Re: AMBER: Essential ions and water molecules in MMPBSA computations

From: Cenk Andac <>
Date: Mon, 19 Mar 2007 06:30:00 -0700 (PDT)

Hi Jiri,

Well, thank you for the references you sent. I have read them and I would like to adopt the water inclusion technique discussed in JOURNAL OF THE AMERICAN CHEMICAL SOCIETY 125 (7): 1759-1769 FEB 19 2003 in my MM-PBSA computations.

Before I bombard my further questions, I would like to give a small spiel on what my current system is like: I have a 12-dimer DNA system in complex with a potential anticancer drug, whose X-Ray structure and ITC thermodynamics results have been published.
I have run two sperate 2ns explicite water MD exps for the complex and for its dna (without the ligand) in 0.15 M explicite Na+ environment, provided that excessive positve charges in the system were neutralized by addition of Cl- ions.
According to water(outer)shell computations of ptraj on the dna and the complex, 15 explicit water molecules and 1 Na+ ion are replaced upon binding of the drug.
Also MD for the complex indicates that several water molecules get stuck in the binding site serving as indirect H-bond bridges between the receptor and the ligand.
My MM-PBSA computations between 1500ps and 2000ps, with water molecules and ions removed, resulted in fairly good compensation for DeltaG binding energy, in agreement with the ITC result. However, the MM-PBSA computations seem to fail with the magnitudes of enthalpy and entropy terms of the binding process. And I have this strong feeling that some water molecules and perhaphs 1 Na+ should be explicitely included in the MM-PBSA binding computations.

Here are my questions:
Based on the JACS paper, how did you actually incorporate energy contributions of explicit water molecules in the classical binding free energy equation adopted by MM-PBSA computations shown in EQ.1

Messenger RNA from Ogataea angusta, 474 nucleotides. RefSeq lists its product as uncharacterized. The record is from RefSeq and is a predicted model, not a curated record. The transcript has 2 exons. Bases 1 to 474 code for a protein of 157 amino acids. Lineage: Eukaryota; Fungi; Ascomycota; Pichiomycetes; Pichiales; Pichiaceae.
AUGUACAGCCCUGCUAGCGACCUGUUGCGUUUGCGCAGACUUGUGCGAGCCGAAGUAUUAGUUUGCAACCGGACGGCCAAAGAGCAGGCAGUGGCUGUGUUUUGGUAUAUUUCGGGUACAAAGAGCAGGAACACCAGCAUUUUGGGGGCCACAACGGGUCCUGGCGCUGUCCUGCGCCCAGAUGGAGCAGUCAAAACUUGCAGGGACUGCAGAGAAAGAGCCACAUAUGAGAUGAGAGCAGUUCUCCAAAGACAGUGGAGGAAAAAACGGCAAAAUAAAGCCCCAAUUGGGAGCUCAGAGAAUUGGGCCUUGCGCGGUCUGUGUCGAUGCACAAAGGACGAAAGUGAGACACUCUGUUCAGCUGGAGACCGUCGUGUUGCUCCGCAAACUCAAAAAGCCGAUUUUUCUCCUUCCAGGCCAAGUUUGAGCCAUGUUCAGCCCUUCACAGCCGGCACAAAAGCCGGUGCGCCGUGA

receptor + ligand <--> complex
DeltaG=Gcomp - [ Grec + Glig ] EQ.1

I can now think of two plausible ways now, the first way is to make those essential water molecules parts of the receptor, in which case EQ.1 applies in the energy computations, or one could also treat those water molecules as seperate entities and possibly improvise EQ.1 as follows (EQ.2)

DeltaG=Gcomp - [ Grec + Glig + Gwatermolecules,ions,etc. ]

Of course, in the case of EQ.2, computation of Gwatermolecules is another research issue, because the explicitely bound water molecules could be well seperated from each other in implicite environment. In that case, one would have to devise a more practical way to include an average of enthalphy and entropy contributions by one molecule only and perhaphs multiply the average values by the number of replaced (or bound, depending on which method makes more sense) water molecules and include the sum in EQ.2.

I was also wondering what EQ did you actually apply in your MM-PBSA computations. Is there any way that I can perhaps make EQ.2 work on my system? How doable is EQ.2 and what limitations would the latter method have?
Has there been any average absolute Hwater and absolute Swater energy values computed by AMBER before?

I would appreciate your further comments.

My best regards,


Jiri Sponer <> wrote: Waters were included for DNA ligand binding in this work,

Molecular dynamics simulations and thermodynamics analysis of DNA-drug complexes. Minor groove binding between 4 ',6-diamidino-2-phenylindole and DNA duplexes in solution
Author(s): Spackova N, Cheatham TE, Ryjacek F, Lankas F, van Meervelt L, Hobza P, Sponer J
Source: JOURNAL OF THE AMERICAN CHEMICAL SOCIETY 125 (7): 1759-1769 FEB 19 2003